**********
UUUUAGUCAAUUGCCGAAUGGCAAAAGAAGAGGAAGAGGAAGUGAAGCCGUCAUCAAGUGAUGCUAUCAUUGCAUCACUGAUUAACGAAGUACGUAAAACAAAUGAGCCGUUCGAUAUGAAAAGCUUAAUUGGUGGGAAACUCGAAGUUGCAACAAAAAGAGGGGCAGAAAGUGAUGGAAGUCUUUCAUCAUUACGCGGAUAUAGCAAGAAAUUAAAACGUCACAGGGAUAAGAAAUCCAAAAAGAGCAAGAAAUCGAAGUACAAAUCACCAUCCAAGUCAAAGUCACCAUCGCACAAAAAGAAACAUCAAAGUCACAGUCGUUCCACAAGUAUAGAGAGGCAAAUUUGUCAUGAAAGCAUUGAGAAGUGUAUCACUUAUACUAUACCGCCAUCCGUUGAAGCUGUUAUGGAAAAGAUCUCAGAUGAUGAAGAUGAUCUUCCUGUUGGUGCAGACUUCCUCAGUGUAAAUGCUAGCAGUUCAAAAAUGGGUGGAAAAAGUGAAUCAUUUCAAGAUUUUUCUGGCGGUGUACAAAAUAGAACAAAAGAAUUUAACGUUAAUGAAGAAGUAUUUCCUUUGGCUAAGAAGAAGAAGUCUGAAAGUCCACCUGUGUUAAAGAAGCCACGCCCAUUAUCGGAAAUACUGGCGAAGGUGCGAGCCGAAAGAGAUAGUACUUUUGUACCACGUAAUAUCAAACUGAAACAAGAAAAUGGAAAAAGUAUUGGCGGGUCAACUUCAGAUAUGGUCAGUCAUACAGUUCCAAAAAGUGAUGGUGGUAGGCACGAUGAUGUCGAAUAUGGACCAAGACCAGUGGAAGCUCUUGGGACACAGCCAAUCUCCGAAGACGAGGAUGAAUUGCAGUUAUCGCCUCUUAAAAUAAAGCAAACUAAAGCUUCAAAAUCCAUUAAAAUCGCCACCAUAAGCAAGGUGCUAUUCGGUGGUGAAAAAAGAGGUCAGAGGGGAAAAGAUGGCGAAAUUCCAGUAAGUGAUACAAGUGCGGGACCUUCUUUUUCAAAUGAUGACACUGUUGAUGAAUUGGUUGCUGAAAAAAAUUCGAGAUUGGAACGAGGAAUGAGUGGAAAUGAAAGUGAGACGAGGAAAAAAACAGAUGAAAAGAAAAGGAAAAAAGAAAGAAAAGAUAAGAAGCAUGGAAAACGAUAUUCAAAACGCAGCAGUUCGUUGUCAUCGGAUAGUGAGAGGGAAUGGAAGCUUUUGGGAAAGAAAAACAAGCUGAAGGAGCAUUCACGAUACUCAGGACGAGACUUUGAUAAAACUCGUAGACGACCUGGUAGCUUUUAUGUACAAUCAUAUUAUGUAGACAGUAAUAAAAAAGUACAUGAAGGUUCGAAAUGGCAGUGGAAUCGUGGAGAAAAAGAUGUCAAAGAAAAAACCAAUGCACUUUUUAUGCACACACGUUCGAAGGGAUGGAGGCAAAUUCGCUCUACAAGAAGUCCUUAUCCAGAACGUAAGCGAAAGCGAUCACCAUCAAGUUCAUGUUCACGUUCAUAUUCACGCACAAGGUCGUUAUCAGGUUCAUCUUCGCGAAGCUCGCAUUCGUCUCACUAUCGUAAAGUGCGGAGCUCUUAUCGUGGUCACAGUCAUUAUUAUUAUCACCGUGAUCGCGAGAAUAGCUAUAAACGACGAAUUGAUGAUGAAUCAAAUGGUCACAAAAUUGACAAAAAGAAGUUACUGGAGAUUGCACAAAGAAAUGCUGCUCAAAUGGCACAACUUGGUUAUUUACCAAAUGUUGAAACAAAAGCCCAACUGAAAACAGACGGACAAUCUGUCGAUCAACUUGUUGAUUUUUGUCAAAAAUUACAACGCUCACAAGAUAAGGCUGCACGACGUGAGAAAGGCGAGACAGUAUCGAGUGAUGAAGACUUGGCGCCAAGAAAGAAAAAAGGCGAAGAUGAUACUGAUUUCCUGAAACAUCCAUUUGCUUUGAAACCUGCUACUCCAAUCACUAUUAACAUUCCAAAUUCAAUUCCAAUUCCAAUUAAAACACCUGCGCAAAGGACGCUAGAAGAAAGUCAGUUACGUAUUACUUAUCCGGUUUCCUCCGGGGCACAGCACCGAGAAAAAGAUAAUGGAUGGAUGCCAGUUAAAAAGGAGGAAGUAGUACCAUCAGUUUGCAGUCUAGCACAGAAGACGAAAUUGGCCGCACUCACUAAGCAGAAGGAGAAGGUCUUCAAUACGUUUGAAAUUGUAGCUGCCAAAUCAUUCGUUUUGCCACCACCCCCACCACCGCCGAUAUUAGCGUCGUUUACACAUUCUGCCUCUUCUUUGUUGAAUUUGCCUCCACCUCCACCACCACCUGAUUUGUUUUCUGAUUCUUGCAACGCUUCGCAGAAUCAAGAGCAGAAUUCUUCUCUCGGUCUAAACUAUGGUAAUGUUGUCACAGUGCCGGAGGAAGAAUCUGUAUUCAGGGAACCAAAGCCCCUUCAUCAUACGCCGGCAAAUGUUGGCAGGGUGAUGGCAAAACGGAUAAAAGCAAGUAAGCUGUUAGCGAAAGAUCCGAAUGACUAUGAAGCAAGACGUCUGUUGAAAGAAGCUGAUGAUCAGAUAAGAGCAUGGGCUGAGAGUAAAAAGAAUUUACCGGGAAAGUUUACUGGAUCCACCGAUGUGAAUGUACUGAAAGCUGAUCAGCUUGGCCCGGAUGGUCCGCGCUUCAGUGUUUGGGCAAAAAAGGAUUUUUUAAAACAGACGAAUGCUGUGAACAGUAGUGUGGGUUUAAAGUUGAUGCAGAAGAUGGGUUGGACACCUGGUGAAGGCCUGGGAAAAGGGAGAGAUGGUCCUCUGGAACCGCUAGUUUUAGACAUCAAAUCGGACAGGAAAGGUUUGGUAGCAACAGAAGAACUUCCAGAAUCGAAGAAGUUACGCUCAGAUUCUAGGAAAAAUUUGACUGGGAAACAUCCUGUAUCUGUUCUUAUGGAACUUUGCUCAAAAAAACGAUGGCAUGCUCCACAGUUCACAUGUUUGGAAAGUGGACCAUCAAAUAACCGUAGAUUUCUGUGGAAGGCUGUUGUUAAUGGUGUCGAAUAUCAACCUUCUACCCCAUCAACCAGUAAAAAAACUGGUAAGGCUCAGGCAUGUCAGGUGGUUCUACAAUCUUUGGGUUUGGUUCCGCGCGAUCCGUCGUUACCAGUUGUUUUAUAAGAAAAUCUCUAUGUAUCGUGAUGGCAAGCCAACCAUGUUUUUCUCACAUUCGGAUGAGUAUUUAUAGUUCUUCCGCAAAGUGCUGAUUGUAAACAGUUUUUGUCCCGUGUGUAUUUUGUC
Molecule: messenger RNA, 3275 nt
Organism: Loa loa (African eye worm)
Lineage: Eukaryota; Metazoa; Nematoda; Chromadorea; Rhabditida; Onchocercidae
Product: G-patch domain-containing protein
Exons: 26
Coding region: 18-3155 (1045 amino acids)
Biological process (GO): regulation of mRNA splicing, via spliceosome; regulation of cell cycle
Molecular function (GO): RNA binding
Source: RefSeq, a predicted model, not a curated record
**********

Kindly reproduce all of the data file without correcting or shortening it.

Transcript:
UUUUAGUCAAUUGCCGAAUGGCAAAAGAAGAGGAAGAGGAAGUGAAGCCGUCAUCAAGUGAUGCUAUCAUUGCAUCACUGAUUAACGAAGUACGUAAAACAAAUGAGCCGUUCGAUAUGAAAAGCUUAAUUGGUGGGAAACUCGAAGUUGCAACAAAAAGAGGGGCAGAAAGUGAUGGAAGUCUUUCAUCAUUACGCGGAUAUAGCAAGAAAUUAAAACGUCACAGGGAUAAGAAAUCCAAAAAGAGCAAGAAAUCGAAGUACAAAUCACCAUCCAAGUCAAAGUCACCAUCGCACAAAAAGAAACAUCAAAGUCACAGUCGUUCCACAAGUAUAGAGAGGCAAAUUUGUCAUGAAAGCAUUGAGAAGUGUAUCACUUAUACUAUACCGCCAUCCGUUGAAGCUGUUAUGGAAAAGAUCUCAGAUGAUGAAGAUGAUCUUCCUGUUGGUGCAGACUUCCUCAGUGUAAAUGCUAGCAGUUCAAAAAUGGGUGGAAAAAGUGAAUCAUUUCAAGAUUUUUCUGGCGGUGUACAAAAUAGAACAAAAGAAUUUAACGUUAAUGAAGAAGUAUUUCCUUUGGCUAAGAAGAAGAAGUCUGAAAGUCCACCUGUGUUAAAGAAGCCACGCCCAUUAUCGGAAAUACUGGCGAAGGUGCGAGCCGAAAGAGAUAGUACUUUUGUACCACGUAAUAUCAAACUGAAACAAGAAAAUGGAAAAAGUAUUGGCGGGUCAACUUCAGAUAUGGUCAGUCAUACAGUUCCAAAAAGUGAUGGUGGUAGGCACGAUGAUGUCGAAUAUGGACCAAGACCAGUGGAAGCUCUUGGGACACAGCCAAUCUCCGAAGACGAGGAUGAAUUGCAGUUAUCGCCUCUUAAAAUAAAGCAAACUAAAGCUUCAAAAUCCAUUAAAAUCGCCACCAUAAGCAAGGUGCUAUUCGGUGGUGAAAAAAGAGGUCAGAGGGGAAAAGAUGGCGAAAUUCCAGUAAGUGAUACAAGUGCGGGACCUUCUUUUUCAAAUGAUGACACUGUUGAUGAAUUGGUUGCUGAAAAAAAUUCGAGAUUGGAACGAGGAAUGAGUGGAAAUGAAAGUGAGACGAGGAAAAAAACAGAUGAAAAGAAAAGGAAAAAAGAAAGAAAAGAUAAGAAGCAUGGAAAACGAUAUUCAAAACGCAGCAGUUCGUUGUCAUCGGAUAGUGAGAGGGAAUGGAAGCUUUUGGGAAAGAAAAACAAGCUGAAGGAGCAUUCACGAUACUCAGGACGAGACUUUGAUAAAACUCGUAGACGACCUGGUAGCUUUUAUGUACAAUCAUAUUAUGUAGACAGUAAUAAAAAAGUACAUGAAGGUUCGAAAUGGCAGUGGAAUCGUGGAGAAAAAGAUGUCAAAGAAAAAACCAAUGCACUUUUUAUGCACACACGUUCGAAGGGAUGGAGGCAAAUUCGCUCUACAAGAAGUCCUUAUCCAGAACGUAAGCGAAAGCGAUCACCAUCAAGUUCAUGUUCACGUUCAUAUUCACGCACAAGGUCGUUAUCAGGUUCAUCUUCGCGAAGCUCGCAUUCGUCUCACUAUCGUAAAGUGCGGAGCUCUUAUCGUGGUCACAGUCAUUAUUAUUAUCACCGUGAUCGCGAGAAUAGCUAUAAACGACGAAUUGAUGAUGAAUCAAAUGGUCACAAAAUUGACAAAAAGAAGUUACUGGAGAUUGCACAAAGAAAUGCUGCUCAAAUGGCACAACUUGGUUAUUUACCAAAUGUUGAAACAAAAGCCCAACUGAAAACAGACGGACAAUCUGUCGAUCAACUUGUUGAUUUUUGUCAAAAAUUACAACGCUCACAAGAUAAGGCUGCACGACGUGAGAAAGGCGAGACAGUAUCGAGUGAUGAAGACUUGGCGCCAAGAAAGAAAAAAGGCGAAGAUGAUACUGAUUUCCUGAAACAUCCAUUUGCUUUGAAACCUGCUACUCCAAUCACUAUUAACAUUCCAAAUUCAAUUCCAAUUCCAAUUAAAACACCUGCGCAAAGGACGCUAGAAGAAAGUCAGUUACGUAUUACUUAUCCGGUUUCCUCCGGGGCACAGCACCGAGAAAAAGAUAAUGGAUGGAUGCCAGUUAAAAAGGAGGAAGUAGUACCAUCAGUUUGCAGUCUAGCACAGAAGACGAAAUUGGCCGCACUCACUAAGCAGAAGGAGAAGGUCUUCAAUACGUUUGAAAUUGUAGCUGCCAAAUCAUUCGUUUUGCCACCACCCCCACCACCGCCGAUAUUAGCGUCGUUUACACAUUCUGCCUCUUCUUUGUUGAAUUUGCCUCCACCUCCACCACCACCUGAUUUGUUUUCUGAUUCUUGCAACGCUUCGCAGAAUCAAGAGCAGAAUUCUUCUCUCGGUCUAAACUAUGGUAAUGUUGUCACAGUGCCGGAGGAAGAAUCUGUAUUCAGGGAACCAAAGCCCCUUCAUCAUACGCCGGCAAAUGUUGGCAGGGUGAUGGCAAAACGGAUAAAAGCAAGUAAGCUGUUAGCGAAAGAUCCGAAUGACUAUGAAGCAAGACGUCUGUUGAAAGAAGCUGAUGAUCAGAUAAGAGCAUGGGCUGAGAGUAAAAAGAAUUUACCGGGAAAGUUUACUGGAUCCACCGAUGUGAAUGUACUGAAAGCUGAUCAGCUUGGCCCGGAUGGUCCGCGCUUCAGUGUUUGGGCAAAAAAGGAUUUUUUAAAACAGACGAAUGCUGUGAACAGUAGUGUGGGUUUAAAGUUGAUGCAGAAGAUGGGUUGGACACCUGGUGAAGGCCUGGGAAAAGGGAGAGAUGGUCCUCUGGAACCGCUAGUUUUAGACAUCAAAUCGGACAGGAAAGGUUUGGUAGCAACAGAAGAACUUCCAGAAUCGAAGAAGUUACGCUCAGAUUCUAGGAAAAAUUUGACUGGGAAACAUCCUGUAUCUGUUCUUAUGGAACUUUGCUCAAAAAAACGAUGGCAUGCUCCACAGUUCACAUGUUUGGAAAGUGGACCAUCAAAUAACCGUAGAUUUCUGUGGAAGGCUGUUGUUAAUGGUGUCGAAUAUCAACCUUCUACCCCAUCAACCAGUAAAAAAACUGGUAAGGCUCAGGCAUGUCAGGUGGUUCUACAAUCUUUGGGUUUGGUUCCGCGCGAUCCGUCGUUACCAGUUGUUUUAUAAGAAAAUCUCUAUGUAUCGUGAUGGCAAGCCAACCAUGUUUUUCUCACAUUCGGAUGAGUAUUUAUAGUUCUUCCGCAAAGUGCUGAUUGUAAACAGUUUUUGUCCCGUGUGUAUUUUGUC
Molecule: messenger RNA, 3275 nt
Organism: Loa loa (African eye worm)
Lineage: Eukaryota; Metazoa; Nematoda; Chromadorea; Rhabditida; Onchocercidae
Product: G-patch domain-containing protein
Exons: 26
Coding region: 18-3155 (1045 amino acids)
Biological process (GO): regulation of mRNA splicing, via spliceosome; regulation of cell cycle
Molecular function (GO): RNA binding
Source: RefSeq, a predicted model, not a curated record